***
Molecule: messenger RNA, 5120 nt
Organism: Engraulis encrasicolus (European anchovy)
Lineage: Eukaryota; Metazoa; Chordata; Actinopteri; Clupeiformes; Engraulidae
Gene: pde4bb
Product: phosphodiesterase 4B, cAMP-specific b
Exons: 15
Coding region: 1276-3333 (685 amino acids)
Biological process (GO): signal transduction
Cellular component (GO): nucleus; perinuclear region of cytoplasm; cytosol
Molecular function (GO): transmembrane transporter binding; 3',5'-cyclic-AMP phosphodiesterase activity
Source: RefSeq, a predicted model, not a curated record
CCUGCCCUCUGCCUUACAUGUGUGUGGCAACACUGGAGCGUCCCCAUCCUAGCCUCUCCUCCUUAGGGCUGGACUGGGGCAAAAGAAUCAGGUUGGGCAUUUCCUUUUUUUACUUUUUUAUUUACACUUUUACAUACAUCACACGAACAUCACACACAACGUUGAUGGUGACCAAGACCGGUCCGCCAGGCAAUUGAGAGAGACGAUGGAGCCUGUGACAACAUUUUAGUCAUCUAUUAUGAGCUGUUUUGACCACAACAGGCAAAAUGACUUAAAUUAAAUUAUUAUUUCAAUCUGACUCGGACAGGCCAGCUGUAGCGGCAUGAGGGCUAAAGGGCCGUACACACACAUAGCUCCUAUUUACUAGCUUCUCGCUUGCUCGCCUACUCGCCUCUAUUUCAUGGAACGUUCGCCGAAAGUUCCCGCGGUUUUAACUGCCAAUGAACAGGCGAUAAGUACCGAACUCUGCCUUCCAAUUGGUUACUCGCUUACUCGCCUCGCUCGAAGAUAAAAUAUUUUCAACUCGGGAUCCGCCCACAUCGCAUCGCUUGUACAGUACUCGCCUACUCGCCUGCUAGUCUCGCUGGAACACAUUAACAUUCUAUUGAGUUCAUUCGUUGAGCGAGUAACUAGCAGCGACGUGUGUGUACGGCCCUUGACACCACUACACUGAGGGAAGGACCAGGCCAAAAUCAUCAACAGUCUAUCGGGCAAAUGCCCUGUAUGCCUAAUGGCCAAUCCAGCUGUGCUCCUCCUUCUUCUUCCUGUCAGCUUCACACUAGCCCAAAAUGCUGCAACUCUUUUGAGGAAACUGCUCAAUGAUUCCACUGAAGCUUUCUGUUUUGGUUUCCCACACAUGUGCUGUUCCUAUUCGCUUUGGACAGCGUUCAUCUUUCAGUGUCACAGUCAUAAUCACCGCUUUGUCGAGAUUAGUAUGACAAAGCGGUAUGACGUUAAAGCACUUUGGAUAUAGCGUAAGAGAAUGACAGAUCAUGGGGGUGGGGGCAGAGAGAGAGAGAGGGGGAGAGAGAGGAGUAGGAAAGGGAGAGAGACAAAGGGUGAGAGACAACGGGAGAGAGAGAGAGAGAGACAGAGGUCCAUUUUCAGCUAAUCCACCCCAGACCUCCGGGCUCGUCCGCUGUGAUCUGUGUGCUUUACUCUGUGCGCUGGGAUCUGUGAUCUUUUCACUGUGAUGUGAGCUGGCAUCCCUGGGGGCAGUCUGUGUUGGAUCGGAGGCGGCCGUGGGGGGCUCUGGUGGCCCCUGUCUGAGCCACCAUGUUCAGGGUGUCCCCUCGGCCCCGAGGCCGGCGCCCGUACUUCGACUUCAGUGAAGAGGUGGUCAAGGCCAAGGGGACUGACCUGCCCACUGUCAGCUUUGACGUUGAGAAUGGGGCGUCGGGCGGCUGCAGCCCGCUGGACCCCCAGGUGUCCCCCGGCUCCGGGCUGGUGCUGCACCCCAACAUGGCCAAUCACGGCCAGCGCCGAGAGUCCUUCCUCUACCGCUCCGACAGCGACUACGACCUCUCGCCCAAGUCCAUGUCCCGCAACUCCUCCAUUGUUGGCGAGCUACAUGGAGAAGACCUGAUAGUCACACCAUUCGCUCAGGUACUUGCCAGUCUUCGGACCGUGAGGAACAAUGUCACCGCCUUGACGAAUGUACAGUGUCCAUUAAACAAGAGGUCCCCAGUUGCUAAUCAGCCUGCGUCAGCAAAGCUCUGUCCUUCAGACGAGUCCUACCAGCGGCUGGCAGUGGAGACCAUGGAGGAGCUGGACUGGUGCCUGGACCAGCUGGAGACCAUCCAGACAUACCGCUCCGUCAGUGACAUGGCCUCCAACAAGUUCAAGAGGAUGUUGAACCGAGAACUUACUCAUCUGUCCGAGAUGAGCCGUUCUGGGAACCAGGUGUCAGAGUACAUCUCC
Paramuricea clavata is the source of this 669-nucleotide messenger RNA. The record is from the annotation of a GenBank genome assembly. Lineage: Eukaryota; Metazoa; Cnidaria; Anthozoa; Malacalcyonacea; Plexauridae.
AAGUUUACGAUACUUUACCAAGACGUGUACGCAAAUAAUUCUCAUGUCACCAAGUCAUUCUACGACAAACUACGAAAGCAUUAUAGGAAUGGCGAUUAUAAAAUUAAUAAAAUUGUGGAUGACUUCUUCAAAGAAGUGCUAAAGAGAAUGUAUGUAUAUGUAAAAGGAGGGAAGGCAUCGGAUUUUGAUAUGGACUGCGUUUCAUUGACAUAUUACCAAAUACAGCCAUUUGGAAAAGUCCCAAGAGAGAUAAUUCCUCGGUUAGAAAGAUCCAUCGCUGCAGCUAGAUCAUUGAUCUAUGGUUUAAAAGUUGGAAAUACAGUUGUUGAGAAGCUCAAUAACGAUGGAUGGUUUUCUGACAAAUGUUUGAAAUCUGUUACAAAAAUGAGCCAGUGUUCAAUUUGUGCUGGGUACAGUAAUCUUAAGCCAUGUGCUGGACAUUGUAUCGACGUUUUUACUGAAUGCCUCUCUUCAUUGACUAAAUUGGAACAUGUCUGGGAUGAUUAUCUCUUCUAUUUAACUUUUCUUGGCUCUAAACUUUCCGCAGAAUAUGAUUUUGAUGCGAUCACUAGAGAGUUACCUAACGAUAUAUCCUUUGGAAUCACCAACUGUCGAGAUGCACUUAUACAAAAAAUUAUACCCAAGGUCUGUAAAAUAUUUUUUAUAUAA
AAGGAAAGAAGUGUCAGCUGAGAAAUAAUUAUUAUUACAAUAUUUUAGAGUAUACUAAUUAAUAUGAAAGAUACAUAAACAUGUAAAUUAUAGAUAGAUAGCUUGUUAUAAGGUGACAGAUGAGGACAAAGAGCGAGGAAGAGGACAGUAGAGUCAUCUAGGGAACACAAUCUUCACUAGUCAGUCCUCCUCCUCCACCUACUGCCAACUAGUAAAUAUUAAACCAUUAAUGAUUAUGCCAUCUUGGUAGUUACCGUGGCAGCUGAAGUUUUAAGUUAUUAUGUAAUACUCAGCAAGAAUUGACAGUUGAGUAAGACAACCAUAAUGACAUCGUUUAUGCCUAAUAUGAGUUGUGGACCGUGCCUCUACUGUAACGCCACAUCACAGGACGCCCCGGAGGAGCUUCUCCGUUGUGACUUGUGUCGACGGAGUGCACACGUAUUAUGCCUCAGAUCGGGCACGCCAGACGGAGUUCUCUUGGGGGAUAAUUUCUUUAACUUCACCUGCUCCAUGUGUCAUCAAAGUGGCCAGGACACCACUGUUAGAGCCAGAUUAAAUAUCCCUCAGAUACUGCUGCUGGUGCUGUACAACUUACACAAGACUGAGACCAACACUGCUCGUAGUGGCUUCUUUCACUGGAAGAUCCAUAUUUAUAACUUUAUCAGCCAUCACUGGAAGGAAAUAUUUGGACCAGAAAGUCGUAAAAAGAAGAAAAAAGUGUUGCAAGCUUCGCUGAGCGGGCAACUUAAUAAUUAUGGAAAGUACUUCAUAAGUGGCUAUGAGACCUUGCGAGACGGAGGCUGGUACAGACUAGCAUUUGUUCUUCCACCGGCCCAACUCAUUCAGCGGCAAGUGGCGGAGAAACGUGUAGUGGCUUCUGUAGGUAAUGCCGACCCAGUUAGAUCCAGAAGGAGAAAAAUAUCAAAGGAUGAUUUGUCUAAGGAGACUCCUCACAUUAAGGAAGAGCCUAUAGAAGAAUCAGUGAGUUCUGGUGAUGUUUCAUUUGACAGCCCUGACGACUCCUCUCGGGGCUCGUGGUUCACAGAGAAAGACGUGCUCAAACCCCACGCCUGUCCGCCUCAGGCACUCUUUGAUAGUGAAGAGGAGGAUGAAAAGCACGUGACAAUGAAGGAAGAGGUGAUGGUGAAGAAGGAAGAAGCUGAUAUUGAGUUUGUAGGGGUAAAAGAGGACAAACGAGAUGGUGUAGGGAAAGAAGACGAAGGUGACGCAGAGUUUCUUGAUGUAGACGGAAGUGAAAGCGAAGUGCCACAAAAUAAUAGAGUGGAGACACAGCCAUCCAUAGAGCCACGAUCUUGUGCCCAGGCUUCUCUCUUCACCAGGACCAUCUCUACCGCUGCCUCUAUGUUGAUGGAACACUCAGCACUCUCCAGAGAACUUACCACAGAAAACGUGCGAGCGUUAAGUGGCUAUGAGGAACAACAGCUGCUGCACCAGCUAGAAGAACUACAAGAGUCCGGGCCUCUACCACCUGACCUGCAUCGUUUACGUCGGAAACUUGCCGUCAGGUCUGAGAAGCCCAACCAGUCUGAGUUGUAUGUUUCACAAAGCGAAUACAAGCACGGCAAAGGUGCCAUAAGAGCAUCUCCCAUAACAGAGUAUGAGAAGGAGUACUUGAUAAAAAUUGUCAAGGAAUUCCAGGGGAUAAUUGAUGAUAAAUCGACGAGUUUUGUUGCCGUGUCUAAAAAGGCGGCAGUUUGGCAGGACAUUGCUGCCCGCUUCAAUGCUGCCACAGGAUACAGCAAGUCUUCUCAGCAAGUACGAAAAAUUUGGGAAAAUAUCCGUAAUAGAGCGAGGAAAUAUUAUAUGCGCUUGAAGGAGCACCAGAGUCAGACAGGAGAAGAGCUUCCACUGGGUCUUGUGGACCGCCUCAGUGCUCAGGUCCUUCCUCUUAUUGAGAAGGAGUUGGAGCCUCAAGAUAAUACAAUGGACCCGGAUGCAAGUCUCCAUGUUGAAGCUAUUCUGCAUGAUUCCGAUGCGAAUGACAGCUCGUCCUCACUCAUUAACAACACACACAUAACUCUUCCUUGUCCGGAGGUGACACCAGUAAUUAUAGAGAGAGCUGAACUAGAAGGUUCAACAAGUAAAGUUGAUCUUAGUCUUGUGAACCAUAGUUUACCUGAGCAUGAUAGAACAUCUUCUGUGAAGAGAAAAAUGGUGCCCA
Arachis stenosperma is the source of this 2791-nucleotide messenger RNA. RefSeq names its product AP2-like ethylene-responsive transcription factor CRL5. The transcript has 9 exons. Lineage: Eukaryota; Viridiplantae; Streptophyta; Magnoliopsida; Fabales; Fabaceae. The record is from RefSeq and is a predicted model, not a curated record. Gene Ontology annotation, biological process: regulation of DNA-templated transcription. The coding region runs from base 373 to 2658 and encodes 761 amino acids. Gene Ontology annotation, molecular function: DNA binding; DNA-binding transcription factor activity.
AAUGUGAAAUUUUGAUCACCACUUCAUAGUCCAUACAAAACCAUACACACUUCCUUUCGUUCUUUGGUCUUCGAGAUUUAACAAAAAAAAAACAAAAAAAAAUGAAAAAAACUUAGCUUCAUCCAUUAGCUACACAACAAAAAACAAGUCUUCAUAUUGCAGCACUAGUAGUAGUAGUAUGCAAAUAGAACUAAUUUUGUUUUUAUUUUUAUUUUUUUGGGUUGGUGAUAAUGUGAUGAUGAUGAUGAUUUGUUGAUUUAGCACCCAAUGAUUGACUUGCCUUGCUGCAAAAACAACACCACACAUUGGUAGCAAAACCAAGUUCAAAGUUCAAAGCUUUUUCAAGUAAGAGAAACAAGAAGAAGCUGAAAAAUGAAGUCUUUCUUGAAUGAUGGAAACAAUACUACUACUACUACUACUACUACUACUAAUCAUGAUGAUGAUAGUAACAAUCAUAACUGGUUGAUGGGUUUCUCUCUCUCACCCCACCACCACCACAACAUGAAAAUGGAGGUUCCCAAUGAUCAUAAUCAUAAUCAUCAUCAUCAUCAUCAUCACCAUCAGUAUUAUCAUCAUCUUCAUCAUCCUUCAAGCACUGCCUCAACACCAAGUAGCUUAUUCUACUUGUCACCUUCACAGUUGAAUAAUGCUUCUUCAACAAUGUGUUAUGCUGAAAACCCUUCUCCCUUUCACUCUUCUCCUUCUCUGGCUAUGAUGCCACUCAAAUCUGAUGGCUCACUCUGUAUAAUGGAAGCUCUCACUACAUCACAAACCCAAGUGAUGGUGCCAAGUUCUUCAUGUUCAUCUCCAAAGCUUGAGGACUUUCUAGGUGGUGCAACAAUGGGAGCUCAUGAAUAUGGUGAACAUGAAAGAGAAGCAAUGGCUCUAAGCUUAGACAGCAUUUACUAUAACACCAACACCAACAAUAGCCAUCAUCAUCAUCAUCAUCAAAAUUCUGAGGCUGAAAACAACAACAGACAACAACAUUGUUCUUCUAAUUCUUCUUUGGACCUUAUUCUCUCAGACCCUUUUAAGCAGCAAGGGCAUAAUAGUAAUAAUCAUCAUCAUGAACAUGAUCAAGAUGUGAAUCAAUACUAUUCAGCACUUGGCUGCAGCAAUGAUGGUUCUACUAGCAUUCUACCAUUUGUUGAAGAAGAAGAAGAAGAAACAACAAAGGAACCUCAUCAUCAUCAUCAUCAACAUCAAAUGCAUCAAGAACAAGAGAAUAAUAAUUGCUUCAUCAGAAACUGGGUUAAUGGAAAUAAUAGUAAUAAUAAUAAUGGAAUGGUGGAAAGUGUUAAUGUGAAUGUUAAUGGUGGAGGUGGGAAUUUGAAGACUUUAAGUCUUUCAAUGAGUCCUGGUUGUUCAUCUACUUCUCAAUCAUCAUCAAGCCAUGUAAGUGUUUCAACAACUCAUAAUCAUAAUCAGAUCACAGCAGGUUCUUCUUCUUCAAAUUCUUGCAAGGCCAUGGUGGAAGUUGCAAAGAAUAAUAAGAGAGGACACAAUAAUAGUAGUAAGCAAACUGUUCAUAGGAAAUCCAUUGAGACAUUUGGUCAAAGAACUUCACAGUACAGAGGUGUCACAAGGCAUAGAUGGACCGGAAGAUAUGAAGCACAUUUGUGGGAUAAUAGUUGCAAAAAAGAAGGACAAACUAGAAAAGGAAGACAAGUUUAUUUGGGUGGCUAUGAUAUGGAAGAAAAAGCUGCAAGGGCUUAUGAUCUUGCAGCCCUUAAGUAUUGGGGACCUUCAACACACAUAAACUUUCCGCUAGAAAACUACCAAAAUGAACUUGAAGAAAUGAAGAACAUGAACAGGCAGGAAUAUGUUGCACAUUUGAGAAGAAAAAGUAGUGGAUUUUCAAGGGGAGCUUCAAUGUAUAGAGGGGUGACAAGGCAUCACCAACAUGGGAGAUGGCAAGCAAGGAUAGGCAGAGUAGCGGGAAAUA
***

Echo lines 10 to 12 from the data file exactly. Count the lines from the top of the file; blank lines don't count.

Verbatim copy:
Molecular function (GO): transmembrane transporter binding; 3',5'-cyclic-AMP phosphodiesterase activity
Source: RefSeq, a predicted model, not a curated record
CCUGCCCUCUGCCUUACAUGUGUGUGGCAACACUGGAGCGUCCCCAUCCUAGCCUCUCCUCCUUAGGGCUGGACUGGGGCAAAAGAAUCAGGUUGGGCAUUUCCUUUUUUUACUUUUUUAUUUACACUUUUACAUACAUCACACGAACAUCACACACAACGUUGAUGGUGACCAAGACCGGUCCGCCAGGCAAUUGAGAGAGACGAUGGAGCCUGUGACAACAUUUUAGUCAUCUAUUAUGAGCUGUUUUGACCACAACAGGCAAAAUGACUUAAAUUAAAUUAUUAUUUCAAUCUGACUCGGACAGGCCAGCUGUAGCGGCAUGAGGGCUAAAGGGCCGUACACACACAUAGCUCCUAUUUACUAGCUUCUCGCUUGCUCGCCUACUCGCCUCUAUUUCAUGGAACGUUCGCCGAAAGUUCCCGCGGUUUUAACUGCCAAUGAACAGGCGAUAAGUACCGAACUCUGCCUUCCAAUUGGUUACUCGCUUACUCGCCUCGCUCGAAGAUAAAAUAUUUUCAACUCGGGAUCCGCCCACAUCGCAUCGCUUGUACAGUACUCGCCUACUCGCCUGCUAGUCUCGCUGGAACACAUUAACAUUCUAUUGAGUUCAUUCGUUGAGCGAGUAACUAGCAGCGACGUGUGUGUACGGCCCUUGACACCACUACACUGAGGGAAGGACCAGGCCAAAAUCAUCAACAGUCUAUCGGGCAAAUGCCCUGUAUGCCUAAUGGCCAAUCCAGCUGUGCUCCUCCUUCUUCUUCCUGUCAGCUUCACACUAGCCCAAAAUGCUGCAACUCUUUUGAGGAAACUGCUCAAUGAUUCCACUGAAGCUUUCUGUUUUGGUUUCCCACACAUGUGCUGUUCCUAUUCGCUUUGGACAGCGUUCAUCUUUCAGUGUCACAGUCAUAAUCACCGCUUUGUCGAGAUUAGUAUGACAAAGCGGUAUGACGUUAAAGCACUUUGGAUAUAGCGUAAGAGAAUGACAGAUCAUGGGGGUGGGGGCAGAGAGAGAGAGAGGGGGAGAGAGAGGAGUAGGAAAGGGAGAGAGACAAAGGGUGAGAGACAACGGGAGAGAGAGAGAGAGAGACAGAGGUCCAUUUUCAGCUAAUCCACCCCAGACCUCCGGGCUCGUCCGCUGUGAUCUGUGUGCUUUACUCUGUGCGCUGGGAUCUGUGAUCUUUUCACUGUGAUGUGAGCUGGCAUCCCUGGGGGCAGUCUGUGUUGGAUCGGAGGCGGCCGUGGGGGGCUCUGGUGGCCCCUGUCUGAGCCACCAUGUUCAGGGUGUCCCCUCGGCCCCGAGGCCGGCGCCCGUACUUCGACUUCAGUGAAGAGGUGGUCAAGGCCAAGGGGACUGACCUGCCCACUGUCAGCUUUGACGUUGAGAAUGGGGCGUCGGGCGGCUGCAGCCCGCUGGACCCCCAGGUGUCCCCCGGCUCCGGGCUGGUGCUGCACCCCAACAUGGCCAAUCACGGCCAGCGCCGAGAGUCCUUCCUCUACCGCUCCGACAGCGACUACGACCUCUCGCCCAAGUCCAUGUCCCGCAACUCCUCCAUUGUUGGCGAGCUACAUGGAGAAGACCUGAUAGUCACACCAUUCGCUCAGGUACUUGCCAGUCUUCGGACCGUGAGGAACAAUGUCACCGCCUUGACGAAUGUACAGUGUCCAUUAAACAAGAGGUCCCCAGUUGCUAAUCAGCCUGCGUCAGCAAAGCUCUGUCCUUCAGACGAGUCCUACCAGCGGCUGGCAGUGGAGACCAUGGAGGAGCUGGACUGGUGCCUGGACCAGCUGGAGACCAUCCAGACAUACCGCUCCGUCAGUGACAUGGCCUCCAACAAGUUCAAGAGGAUGUUGAACCGAGAACUUACUCAUCUGUCCGAGAUGAGCCGUUCUGGGAACCAGGUGUCAGAGUACAUCUCC